Compared to recent seasons, the 2013 NBA trade deadline was a dud. No big deadline deals were made as contenders were content to make a run at a championship with their current rosters.
That made the Kings' Feb. 20 trade a day before the deadline big news.
The Kings sent Thomas Robinson, Francisco Garcia and Tyler Honeycutt to the Houston Rockets for Patrick Patterson, Toney Douglas, Cole Aldrich and $1 million.
The Kings, who face the Rockets tonight for the first time since the trade, have benefited from the new players as they try to finish the season on a positive note.
"All the guys that came in, their personalities fit what you wanted and what a coach wanted," Kings coach Keith Smart said. "It had nothing to do with the guys that weren't here. It was just that our team needed something different."
While the Kings' 8-11 record since the deal is not something most teams would brag about, the .421 winning percentage is better than their .365 overall percentage this season. And the Kings were 7-8 in March, their best record for that month since 2008.
Patterson's shooting range extends beyond the three-point line. Douglas is a defender who can pressure opposing point guards. And Aldrich is a big body who adds depth and defense.
"Each guy brought something to the team that we didn't have before," Smart said.
But that didn't mean Smart thought the trade would make the Kings shoot better (47.9 percent overall, 40 percent on three-pointers since the deal) or the three players would fit in so well.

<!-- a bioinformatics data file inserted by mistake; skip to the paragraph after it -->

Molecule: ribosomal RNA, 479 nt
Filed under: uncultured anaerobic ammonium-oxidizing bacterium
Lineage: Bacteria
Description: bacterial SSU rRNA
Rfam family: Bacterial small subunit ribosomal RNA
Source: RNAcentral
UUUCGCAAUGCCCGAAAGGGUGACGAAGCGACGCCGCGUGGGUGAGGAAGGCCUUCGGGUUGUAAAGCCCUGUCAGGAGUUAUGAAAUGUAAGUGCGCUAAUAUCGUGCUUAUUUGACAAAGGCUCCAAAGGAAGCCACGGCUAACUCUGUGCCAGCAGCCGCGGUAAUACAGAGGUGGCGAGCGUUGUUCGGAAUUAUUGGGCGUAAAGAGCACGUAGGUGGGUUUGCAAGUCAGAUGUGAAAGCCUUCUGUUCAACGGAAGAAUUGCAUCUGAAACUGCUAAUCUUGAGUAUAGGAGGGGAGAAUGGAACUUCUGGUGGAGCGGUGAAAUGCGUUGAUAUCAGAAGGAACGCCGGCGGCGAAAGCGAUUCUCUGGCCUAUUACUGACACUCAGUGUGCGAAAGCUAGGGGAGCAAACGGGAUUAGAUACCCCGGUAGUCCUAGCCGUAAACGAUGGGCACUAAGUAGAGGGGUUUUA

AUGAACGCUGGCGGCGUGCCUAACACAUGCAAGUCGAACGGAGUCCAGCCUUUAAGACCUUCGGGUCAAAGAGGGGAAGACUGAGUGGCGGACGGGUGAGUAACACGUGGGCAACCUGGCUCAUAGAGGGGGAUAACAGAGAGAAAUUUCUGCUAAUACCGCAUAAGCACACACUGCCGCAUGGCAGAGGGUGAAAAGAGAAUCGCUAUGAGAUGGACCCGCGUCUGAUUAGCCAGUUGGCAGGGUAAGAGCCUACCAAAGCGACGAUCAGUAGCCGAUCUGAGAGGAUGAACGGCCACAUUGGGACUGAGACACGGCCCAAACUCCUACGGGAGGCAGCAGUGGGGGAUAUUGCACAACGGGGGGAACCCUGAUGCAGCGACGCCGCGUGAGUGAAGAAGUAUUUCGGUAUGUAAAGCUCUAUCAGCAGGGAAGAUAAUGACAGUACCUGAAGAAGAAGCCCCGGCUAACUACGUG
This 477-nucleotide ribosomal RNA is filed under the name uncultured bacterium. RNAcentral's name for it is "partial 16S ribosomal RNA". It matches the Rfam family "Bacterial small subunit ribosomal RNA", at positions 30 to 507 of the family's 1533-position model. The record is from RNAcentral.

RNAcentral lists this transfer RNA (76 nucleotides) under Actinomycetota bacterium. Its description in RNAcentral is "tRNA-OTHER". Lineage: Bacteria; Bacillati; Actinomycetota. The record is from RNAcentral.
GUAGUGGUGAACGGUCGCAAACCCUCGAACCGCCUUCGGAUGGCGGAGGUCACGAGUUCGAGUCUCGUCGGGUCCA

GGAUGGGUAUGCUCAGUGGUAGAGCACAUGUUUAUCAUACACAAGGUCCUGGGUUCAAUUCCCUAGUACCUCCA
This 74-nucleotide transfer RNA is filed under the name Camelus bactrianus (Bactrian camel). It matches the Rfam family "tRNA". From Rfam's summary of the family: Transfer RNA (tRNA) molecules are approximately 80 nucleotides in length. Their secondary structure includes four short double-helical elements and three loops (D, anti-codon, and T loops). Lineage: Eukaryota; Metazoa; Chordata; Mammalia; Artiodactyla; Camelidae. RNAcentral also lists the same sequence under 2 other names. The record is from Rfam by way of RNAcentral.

After all, they were coming from a team in playoff contention to a team near the bottom of the standings. Also, Patterson had been a starter but would be a reserve in Sacramento.
"Coming from a team that's probably going to make the playoffs to a team that's not, it's kind of tough," Douglas said. "But it is what it is. It's business."
All three stepped in and assumed a role on the team and quickly saw defense needed to be a focus.
The Kings still are far from a lockdown team, but in the eight wins since the trade, they've held opponents to 43.2 percent shooting and 96.9 points per game.
They've also added the maturity that Garcia, who was the longest-tenured Kings player, took with him to Houston.
"Being on a team, it's not all about scoring points and stats," Douglas said. "Good teams have good role players. Everybody can't be the All-Star on the team. You've got to have good rebounders, you've got to have good defensive players, you've got to have people who can score the ball."